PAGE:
When the original has been described as a work that puts its progenitors “in the maverick category,” upon being called up for the remix package, do you go like for like and play the rebels at their own game, try and straighten out the eccentricities to get them on your team, or just go about your own business to let them know who this project is really about?
Richard Dorfmeister and Rupert Huber are now seated for deep house and cosmic disco (“Meixner” again taking to the highway), measuring gilt-edged lushness and a look-ahead tightening of dancing shoes, all with a little loftiness carried over by an international cast. Dorfmeister’s own head to head with Madrid de Los Austrias means jazzy stepping out of bed comes with a little less stubble, taking a shine to a drifter donning top hat and tails, and there are even footnotes made within new supplements as Brendon Moeller betters himself as Beat Pharmacy to claim extra credit for “Bonjour,” with a dance floor study approaching odyssey status.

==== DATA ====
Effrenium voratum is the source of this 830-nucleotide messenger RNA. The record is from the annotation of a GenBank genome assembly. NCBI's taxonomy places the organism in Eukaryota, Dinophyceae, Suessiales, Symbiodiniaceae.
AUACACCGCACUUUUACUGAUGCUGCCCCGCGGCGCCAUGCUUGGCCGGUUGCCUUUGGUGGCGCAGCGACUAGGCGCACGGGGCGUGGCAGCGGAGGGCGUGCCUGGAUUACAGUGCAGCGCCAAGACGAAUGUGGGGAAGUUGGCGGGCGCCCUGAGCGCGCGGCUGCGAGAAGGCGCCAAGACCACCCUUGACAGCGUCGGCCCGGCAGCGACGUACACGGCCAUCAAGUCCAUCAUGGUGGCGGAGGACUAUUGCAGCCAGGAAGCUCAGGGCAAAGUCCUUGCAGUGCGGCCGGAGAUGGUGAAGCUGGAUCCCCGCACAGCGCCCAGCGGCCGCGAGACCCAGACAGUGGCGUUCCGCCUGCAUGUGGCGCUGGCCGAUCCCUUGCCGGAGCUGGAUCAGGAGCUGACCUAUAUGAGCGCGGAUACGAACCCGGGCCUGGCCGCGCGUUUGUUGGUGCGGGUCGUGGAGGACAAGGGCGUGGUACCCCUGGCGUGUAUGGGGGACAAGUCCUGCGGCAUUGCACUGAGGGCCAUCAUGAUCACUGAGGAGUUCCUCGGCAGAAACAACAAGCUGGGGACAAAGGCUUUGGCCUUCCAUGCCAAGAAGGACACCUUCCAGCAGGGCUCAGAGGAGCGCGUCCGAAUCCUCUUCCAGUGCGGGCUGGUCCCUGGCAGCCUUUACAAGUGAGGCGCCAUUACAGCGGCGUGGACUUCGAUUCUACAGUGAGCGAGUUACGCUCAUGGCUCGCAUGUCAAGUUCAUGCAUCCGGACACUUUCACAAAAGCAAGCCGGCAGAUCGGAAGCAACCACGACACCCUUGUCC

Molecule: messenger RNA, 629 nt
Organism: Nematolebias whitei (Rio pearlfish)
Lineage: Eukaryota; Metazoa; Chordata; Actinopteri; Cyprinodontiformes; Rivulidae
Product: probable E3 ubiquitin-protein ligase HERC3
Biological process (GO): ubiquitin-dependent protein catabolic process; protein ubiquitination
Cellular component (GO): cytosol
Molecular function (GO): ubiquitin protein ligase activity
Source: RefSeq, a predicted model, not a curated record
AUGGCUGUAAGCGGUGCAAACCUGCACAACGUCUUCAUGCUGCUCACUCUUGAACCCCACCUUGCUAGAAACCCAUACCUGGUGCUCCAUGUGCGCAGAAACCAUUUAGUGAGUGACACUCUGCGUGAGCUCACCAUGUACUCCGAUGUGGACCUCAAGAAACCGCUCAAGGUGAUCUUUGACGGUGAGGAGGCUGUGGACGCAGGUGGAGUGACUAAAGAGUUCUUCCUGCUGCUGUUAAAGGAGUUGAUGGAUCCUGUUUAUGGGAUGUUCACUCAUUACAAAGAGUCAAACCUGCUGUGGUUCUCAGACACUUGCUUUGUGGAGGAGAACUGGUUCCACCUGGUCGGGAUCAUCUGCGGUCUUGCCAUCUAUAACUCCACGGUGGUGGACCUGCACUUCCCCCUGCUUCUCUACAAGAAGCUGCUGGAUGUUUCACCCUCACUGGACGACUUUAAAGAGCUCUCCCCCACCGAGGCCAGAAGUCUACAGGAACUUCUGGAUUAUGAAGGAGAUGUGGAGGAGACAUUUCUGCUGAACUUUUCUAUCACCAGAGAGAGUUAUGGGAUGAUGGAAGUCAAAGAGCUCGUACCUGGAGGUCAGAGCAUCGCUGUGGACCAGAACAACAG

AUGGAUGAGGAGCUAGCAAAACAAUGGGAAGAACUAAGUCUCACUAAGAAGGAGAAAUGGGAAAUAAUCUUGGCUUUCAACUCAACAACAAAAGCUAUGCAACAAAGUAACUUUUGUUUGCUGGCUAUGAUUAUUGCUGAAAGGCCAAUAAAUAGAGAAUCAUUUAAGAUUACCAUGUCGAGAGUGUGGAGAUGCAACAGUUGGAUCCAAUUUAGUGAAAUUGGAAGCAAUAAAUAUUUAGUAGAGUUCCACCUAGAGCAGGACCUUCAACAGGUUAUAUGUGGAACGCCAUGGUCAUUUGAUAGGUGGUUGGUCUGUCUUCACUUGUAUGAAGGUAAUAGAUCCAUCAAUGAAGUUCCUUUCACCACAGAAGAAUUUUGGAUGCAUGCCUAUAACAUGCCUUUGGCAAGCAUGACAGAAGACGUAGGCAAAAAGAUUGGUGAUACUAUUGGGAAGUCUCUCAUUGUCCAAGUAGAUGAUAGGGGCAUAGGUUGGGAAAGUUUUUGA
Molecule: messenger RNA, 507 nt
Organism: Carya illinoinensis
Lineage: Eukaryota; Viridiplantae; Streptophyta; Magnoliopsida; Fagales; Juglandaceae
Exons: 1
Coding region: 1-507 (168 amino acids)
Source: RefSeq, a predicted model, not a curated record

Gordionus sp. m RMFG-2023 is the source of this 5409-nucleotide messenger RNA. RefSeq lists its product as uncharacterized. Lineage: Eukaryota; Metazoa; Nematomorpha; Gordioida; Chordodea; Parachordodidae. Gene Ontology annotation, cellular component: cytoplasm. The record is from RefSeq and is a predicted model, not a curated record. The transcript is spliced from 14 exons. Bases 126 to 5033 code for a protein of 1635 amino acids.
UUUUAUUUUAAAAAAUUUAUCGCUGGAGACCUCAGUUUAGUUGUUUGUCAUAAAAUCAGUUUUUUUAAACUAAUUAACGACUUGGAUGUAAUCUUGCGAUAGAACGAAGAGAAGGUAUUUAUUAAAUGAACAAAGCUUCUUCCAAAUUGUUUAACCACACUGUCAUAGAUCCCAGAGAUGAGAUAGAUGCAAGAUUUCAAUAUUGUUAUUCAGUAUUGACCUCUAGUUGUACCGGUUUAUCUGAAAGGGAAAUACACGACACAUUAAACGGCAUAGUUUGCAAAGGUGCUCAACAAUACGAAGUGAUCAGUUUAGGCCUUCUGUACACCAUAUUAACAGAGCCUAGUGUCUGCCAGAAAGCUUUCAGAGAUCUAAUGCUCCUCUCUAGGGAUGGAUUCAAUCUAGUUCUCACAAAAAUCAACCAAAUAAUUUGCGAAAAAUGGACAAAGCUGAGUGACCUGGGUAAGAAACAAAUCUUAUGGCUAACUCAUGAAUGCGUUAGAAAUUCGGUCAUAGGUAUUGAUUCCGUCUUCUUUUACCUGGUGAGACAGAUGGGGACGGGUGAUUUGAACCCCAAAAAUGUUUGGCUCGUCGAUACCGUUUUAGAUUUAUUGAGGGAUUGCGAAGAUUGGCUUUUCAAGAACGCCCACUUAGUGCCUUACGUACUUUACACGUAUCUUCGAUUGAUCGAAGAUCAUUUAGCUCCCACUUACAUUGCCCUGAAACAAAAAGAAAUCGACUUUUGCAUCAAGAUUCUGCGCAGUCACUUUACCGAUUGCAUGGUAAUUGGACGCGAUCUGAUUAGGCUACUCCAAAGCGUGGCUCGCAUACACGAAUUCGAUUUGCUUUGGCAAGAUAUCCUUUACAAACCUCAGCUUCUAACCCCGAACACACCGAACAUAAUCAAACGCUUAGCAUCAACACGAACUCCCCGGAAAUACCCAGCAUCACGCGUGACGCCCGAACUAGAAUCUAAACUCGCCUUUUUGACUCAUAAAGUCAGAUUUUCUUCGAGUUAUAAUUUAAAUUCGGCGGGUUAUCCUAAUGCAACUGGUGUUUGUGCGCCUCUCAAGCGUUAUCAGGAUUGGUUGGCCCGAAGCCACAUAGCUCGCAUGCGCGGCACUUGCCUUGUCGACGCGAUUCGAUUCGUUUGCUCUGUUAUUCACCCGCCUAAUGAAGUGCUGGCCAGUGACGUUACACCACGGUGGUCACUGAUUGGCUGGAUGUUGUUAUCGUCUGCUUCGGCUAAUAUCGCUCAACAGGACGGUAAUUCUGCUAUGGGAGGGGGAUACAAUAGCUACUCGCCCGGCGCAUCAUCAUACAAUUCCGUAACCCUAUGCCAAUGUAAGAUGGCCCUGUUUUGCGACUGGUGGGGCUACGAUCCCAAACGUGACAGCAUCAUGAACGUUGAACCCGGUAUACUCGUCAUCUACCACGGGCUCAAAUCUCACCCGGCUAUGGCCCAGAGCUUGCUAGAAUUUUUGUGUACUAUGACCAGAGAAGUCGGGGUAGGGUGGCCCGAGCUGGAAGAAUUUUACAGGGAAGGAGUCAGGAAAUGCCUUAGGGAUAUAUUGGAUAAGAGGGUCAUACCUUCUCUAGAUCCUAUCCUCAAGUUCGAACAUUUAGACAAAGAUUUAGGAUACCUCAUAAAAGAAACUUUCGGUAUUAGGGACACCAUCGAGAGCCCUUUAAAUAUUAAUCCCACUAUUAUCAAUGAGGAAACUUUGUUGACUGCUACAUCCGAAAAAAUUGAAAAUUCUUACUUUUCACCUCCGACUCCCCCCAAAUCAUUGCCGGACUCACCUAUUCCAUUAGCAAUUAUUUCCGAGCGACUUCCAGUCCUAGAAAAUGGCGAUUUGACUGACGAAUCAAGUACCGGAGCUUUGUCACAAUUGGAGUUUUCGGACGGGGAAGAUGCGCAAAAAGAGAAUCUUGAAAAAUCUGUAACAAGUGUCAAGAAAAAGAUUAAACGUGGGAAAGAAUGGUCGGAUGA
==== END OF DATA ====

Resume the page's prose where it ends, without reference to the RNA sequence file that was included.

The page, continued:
Whereas sombreness seemed to intrude on the source, there’s larger uplift second time around, without it being a facelift finishing in a manic grin. Though the AGF reformation of “Cavallo” displays a impatience that breaks up the original, “JayJay” in particular sounds more wide awake when taken care of first by Stefane Lefrancois, then with Makossa and Megablast rechanneling its pseudo-goth energy. In conclusion, all of the above.
File under: Rodney Hunter, Rainer Truby, Joyce Muniz